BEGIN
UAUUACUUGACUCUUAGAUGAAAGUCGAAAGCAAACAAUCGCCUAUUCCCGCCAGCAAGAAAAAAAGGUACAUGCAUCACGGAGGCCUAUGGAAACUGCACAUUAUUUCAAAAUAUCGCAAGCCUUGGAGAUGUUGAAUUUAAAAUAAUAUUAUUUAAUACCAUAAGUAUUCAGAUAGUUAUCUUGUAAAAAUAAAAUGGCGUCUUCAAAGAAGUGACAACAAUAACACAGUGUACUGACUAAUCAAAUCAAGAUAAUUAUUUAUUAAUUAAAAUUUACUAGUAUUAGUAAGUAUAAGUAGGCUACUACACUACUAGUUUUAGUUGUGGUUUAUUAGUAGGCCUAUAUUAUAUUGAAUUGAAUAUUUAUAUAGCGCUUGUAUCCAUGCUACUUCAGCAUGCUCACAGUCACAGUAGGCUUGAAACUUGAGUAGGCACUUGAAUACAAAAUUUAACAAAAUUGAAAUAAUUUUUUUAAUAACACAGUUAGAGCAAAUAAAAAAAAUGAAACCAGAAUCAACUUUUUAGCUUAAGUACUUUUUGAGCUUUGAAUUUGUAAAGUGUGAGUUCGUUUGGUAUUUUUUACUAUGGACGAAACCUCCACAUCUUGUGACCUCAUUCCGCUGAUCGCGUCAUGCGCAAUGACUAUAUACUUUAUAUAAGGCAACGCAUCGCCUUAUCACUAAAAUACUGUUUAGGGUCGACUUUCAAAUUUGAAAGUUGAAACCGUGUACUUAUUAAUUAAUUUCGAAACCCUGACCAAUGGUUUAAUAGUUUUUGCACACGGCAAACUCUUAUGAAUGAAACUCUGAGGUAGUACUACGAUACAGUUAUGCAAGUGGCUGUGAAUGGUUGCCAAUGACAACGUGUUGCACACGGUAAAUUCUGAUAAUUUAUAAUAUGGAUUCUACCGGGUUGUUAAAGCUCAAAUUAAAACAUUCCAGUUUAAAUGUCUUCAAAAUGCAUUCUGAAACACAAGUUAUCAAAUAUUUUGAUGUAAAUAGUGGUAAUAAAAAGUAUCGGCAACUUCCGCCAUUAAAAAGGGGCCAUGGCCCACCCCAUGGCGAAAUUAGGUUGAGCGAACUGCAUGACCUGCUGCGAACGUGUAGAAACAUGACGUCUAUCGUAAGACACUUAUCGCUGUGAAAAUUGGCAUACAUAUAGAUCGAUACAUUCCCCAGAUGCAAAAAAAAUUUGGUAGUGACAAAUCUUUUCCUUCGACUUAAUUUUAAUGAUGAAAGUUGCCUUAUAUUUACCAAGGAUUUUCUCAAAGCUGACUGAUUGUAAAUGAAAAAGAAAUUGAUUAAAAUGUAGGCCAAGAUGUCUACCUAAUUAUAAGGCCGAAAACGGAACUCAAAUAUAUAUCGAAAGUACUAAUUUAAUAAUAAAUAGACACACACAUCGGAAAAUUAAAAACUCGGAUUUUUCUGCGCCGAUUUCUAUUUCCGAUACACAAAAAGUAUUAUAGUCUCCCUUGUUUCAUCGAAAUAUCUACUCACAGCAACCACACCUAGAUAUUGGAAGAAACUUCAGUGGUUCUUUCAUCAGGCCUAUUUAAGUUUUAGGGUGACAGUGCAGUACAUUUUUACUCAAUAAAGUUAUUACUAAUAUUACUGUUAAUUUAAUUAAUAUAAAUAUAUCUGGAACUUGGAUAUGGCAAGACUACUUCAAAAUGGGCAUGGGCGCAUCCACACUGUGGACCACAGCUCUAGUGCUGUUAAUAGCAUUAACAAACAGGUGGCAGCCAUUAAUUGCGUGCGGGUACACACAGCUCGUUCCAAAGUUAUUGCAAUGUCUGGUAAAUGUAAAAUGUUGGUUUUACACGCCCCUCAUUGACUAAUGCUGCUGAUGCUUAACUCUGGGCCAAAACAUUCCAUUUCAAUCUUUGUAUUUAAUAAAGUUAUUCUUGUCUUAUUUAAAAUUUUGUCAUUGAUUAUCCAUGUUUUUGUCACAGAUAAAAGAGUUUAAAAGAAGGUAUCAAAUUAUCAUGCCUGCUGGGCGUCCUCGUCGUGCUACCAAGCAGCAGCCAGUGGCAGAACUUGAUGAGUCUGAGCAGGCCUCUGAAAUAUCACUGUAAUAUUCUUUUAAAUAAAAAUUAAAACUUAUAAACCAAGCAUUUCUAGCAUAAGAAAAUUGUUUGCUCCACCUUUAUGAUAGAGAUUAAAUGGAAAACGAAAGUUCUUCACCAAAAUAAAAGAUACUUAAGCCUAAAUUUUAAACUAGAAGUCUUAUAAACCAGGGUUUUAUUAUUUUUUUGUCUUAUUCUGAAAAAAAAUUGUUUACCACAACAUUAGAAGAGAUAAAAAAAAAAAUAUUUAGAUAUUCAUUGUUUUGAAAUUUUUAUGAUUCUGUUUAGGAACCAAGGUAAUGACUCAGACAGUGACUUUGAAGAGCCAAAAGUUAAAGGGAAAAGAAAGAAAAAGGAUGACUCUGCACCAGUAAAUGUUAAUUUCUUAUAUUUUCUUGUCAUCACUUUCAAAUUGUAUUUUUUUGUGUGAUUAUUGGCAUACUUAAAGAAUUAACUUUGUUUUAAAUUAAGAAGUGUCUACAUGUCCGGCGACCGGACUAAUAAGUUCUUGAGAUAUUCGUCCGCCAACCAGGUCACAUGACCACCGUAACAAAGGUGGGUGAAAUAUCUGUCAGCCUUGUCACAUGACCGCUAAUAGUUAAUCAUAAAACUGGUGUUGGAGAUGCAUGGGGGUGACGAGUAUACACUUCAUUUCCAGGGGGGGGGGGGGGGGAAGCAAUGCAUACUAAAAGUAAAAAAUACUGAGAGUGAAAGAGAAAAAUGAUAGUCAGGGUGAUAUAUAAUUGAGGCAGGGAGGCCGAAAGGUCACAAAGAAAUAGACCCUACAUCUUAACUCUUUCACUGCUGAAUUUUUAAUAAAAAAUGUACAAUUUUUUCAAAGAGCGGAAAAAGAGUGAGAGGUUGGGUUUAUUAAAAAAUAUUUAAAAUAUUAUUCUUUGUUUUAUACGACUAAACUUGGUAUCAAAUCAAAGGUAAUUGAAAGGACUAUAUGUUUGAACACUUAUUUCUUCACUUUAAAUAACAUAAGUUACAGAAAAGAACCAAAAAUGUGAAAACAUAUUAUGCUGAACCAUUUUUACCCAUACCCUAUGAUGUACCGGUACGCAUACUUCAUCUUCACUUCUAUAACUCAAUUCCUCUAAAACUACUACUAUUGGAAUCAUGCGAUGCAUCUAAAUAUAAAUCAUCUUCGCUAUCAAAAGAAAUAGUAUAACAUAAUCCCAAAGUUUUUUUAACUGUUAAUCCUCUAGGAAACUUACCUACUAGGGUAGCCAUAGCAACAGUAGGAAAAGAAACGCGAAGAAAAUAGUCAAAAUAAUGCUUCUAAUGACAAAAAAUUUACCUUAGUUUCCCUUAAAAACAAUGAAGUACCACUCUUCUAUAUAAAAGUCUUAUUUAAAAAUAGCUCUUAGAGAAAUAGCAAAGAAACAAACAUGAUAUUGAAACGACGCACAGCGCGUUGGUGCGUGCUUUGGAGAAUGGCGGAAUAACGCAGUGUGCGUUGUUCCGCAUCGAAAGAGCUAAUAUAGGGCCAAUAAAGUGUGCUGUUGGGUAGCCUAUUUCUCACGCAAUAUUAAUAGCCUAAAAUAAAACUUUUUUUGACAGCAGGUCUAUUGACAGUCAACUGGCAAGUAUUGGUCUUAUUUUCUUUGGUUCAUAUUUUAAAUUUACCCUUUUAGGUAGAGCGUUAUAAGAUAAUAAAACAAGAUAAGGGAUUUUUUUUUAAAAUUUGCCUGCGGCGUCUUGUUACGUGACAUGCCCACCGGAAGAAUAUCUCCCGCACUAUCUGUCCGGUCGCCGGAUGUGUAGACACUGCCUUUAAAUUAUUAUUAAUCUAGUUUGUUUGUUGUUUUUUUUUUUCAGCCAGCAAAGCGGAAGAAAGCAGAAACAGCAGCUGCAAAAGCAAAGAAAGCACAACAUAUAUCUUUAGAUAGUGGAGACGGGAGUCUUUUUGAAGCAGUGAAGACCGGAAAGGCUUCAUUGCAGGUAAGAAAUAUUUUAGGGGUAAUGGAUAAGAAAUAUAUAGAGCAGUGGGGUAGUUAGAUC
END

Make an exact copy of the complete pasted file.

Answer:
UAUUACUUGACUCUUAGAUGAAAGUCGAAAGCAAACAAUCGCCUAUUCCCGCCAGCAAGAAAAAAAGGUACAUGCAUCACGGAGGCCUAUGGAAACUGCACAUUAUUUCAAAAUAUCGCAAGCCUUGGAGAUGUUGAAUUUAAAAUAAUAUUAUUUAAUACCAUAAGUAUUCAGAUAGUUAUCUUGUAAAAAUAAAAUGGCGUCUUCAAAGAAGUGACAACAAUAACACAGUGUACUGACUAAUCAAAUCAAGAUAAUUAUUUAUUAAUUAAAAUUUACUAGUAUUAGUAAGUAUAAGUAGGCUACUACACUACUAGUUUUAGUUGUGGUUUAUUAGUAGGCCUAUAUUAUAUUGAAUUGAAUAUUUAUAUAGCGCUUGUAUCCAUGCUACUUCAGCAUGCUCACAGUCACAGUAGGCUUGAAACUUGAGUAGGCACUUGAAUACAAAAUUUAACAAAAUUGAAAUAAUUUUUUUAAUAACACAGUUAGAGCAAAUAAAAAAAAUGAAACCAGAAUCAACUUUUUAGCUUAAGUACUUUUUGAGCUUUGAAUUUGUAAAGUGUGAGUUCGUUUGGUAUUUUUUACUAUGGACGAAACCUCCACAUCUUGUGACCUCAUUCCGCUGAUCGCGUCAUGCGCAAUGACUAUAUACUUUAUAUAAGGCAACGCAUCGCCUUAUCACUAAAAUACUGUUUAGGGUCGACUUUCAAAUUUGAAAGUUGAAACCGUGUACUUAUUAAUUAAUUUCGAAACCCUGACCAAUGGUUUAAUAGUUUUUGCACACGGCAAACUCUUAUGAAUGAAACUCUGAGGUAGUACUACGAUACAGUUAUGCAAGUGGCUGUGAAUGGUUGCCAAUGACAACGUGUUGCACACGGUAAAUUCUGAUAAUUUAUAAUAUGGAUUCUACCGGGUUGUUAAAGCUCAAAUUAAAACAUUCCAGUUUAAAUGUCUUCAAAAUGCAUUCUGAAACACAAGUUAUCAAAUAUUUUGAUGUAAAUAGUGGUAAUAAAAAGUAUCGGCAACUUCCGCCAUUAAAAAGGGGCCAUGGCCCACCCCAUGGCGAAAUUAGGUUGAGCGAACUGCAUGACCUGCUGCGAACGUGUAGAAACAUGACGUCUAUCGUAAGACACUUAUCGCUGUGAAAAUUGGCAUACAUAUAGAUCGAUACAUUCCCCAGAUGCAAAAAAAAUUUGGUAGUGACAAAUCUUUUCCUUCGACUUAAUUUUAAUGAUGAAAGUUGCCUUAUAUUUACCAAGGAUUUUCUCAAAGCUGACUGAUUGUAAAUGAAAAAGAAAUUGAUUAAAAUGUAGGCCAAGAUGUCUACCUAAUUAUAAGGCCGAAAACGGAACUCAAAUAUAUAUCGAAAGUACUAAUUUAAUAAUAAAUAGACACACACAUCGGAAAAUUAAAAACUCGGAUUUUUCUGCGCCGAUUUCUAUUUCCGAUACACAAAAAGUAUUAUAGUCUCCCUUGUUUCAUCGAAAUAUCUACUCACAGCAACCACACCUAGAUAUUGGAAGAAACUUCAGUGGUUCUUUCAUCAGGCCUAUUUAAGUUUUAGGGUGACAGUGCAGUACAUUUUUACUCAAUAAAGUUAUUACUAAUAUUACUGUUAAUUUAAUUAAUAUAAAUAUAUCUGGAACUUGGAUAUGGCAAGACUACUUCAAAAUGGGCAUGGGCGCAUCCACACUGUGGACCACAGCUCUAGUGCUGUUAAUAGCAUUAACAAACAGGUGGCAGCCAUUAAUUGCGUGCGGGUACACACAGCUCGUUCCAAAGUUAUUGCAAUGUCUGGUAAAUGUAAAAUGUUGGUUUUACACGCCCCUCAUUGACUAAUGCUGCUGAUGCUUAACUCUGGGCCAAAACAUUCCAUUUCAAUCUUUGUAUUUAAUAAAGUUAUUCUUGUCUUAUUUAAAAUUUUGUCAUUGAUUAUCCAUGUUUUUGUCACAGAUAAAAGAGUUUAAAAGAAGGUAUCAAAUUAUCAUGCCUGCUGGGCGUCCUCGUCGUGCUACCAAGCAGCAGCCAGUGGCAGAACUUGAUGAGUCUGAGCAGGCCUCUGAAAUAUCACUGUAAUAUUCUUUUAAAUAAAAAUUAAAACUUAUAAACCAAGCAUUUCUAGCAUAAGAAAAUUGUUUGCUCCACCUUUAUGAUAGAGAUUAAAUGGAAAACGAAAGUUCUUCACCAAAAUAAAAGAUACUUAAGCCUAAAUUUUAAACUAGAAGUCUUAUAAACCAGGGUUUUAUUAUUUUUUUGUCUUAUUCUGAAAAAAAAUUGUUUACCACAACAUUAGAAGAGAUAAAAAAAAAAAUAUUUAGAUAUUCAUUGUUUUGAAAUUUUUAUGAUUCUGUUUAGGAACCAAGGUAAUGACUCAGACAGUGACUUUGAAGAGCCAAAAGUUAAAGGGAAAAGAAAGAAAAAGGAUGACUCUGCACCAGUAAAUGUUAAUUUCUUAUAUUUUCUUGUCAUCACUUUCAAAUUGUAUUUUUUUGUGUGAUUAUUGGCAUACUUAAAGAAUUAACUUUGUUUUAAAUUAAGAAGUGUCUACAUGUCCGGCGACCGGACUAAUAAGUUCUUGAGAUAUUCGUCCGCCAACCAGGUCACAUGACCACCGUAACAAAGGUGGGUGAAAUAUCUGUCAGCCUUGUCACAUGACCGCUAAUAGUUAAUCAUAAAACUGGUGUUGGAGAUGCAUGGGGGUGACGAGUAUACACUUCAUUUCCAGGGGGGGGGGGGGGGGAAGCAAUGCAUACUAAAAGUAAAAAAUACUGAGAGUGAAAGAGAAAAAUGAUAGUCAGGGUGAUAUAUAAUUGAGGCAGGGAGGCCGAAAGGUCACAAAGAAAUAGACCCUACAUCUUAACUCUUUCACUGCUGAAUUUUUAAUAAAAAAUGUACAAUUUUUUCAAAGAGCGGAAAAAGAGUGAGAGGUUGGGUUUAUUAAAAAAUAUUUAAAAUAUUAUUCUUUGUUUUAUACGACUAAACUUGGUAUCAAAUCAAAGGUAAUUGAAAGGACUAUAUGUUUGAACACUUAUUUCUUCACUUUAAAUAACAUAAGUUACAGAAAAGAACCAAAAAUGUGAAAACAUAUUAUGCUGAACCAUUUUUACCCAUACCCUAUGAUGUACCGGUACGCAUACUUCAUCUUCACUUCUAUAACUCAAUUCCUCUAAAACUACUACUAUUGGAAUCAUGCGAUGCAUCUAAAUAUAAAUCAUCUUCGCUAUCAAAAGAAAUAGUAUAACAUAAUCCCAAAGUUUUUUUAACUGUUAAUCCUCUAGGAAACUUACCUACUAGGGUAGCCAUAGCAACAGUAGGAAAAGAAACGCGAAGAAAAUAGUCAAAAUAAUGCUUCUAAUGACAAAAAAUUUACCUUAGUUUCCCUUAAAAACAAUGAAGUACCACUCUUCUAUAUAAAAGUCUUAUUUAAAAAUAGCUCUUAGAGAAAUAGCAAAGAAACAAACAUGAUAUUGAAACGACGCACAGCGCGUUGGUGCGUGCUUUGGAGAAUGGCGGAAUAACGCAGUGUGCGUUGUUCCGCAUCGAAAGAGCUAAUAUAGGGCCAAUAAAGUGUGCUGUUGGGUAGCCUAUUUCUCACGCAAUAUUAAUAGCCUAAAAUAAAACUUUUUUUGACAGCAGGUCUAUUGACAGUCAACUGGCAAGUAUUGGUCUUAUUUUCUUUGGUUCAUAUUUUAAAUUUACCCUUUUAGGUAGAGCGUUAUAAGAUAAUAAAACAAGAUAAGGGAUUUUUUUUUAAAAUUUGCCUGCGGCGUCUUGUUACGUGACAUGCCCACCGGAAGAAUAUCUCCCGCACUAUCUGUCCGGUCGCCGGAUGUGUAGACACUGCCUUUAAAUUAUUAUUAAUCUAGUUUGUUUGUUGUUUUUUUUUUUCAGCCAGCAAAGCGGAAGAAAGCAGAAACAGCAGCUGCAAAAGCAAAGAAAGCACAACAUAUAUCUUUAGAUAGUGGAGACGGGAGUCUUUUUGAAGCAGUGAAGACCGGAAAGGCUUCAUUGCAGGUAAGAAAUAUUUUAGGGGUAAUGGAUAAGAAAUAUAUAGAGCAGUGGGGUAGUUAGAUC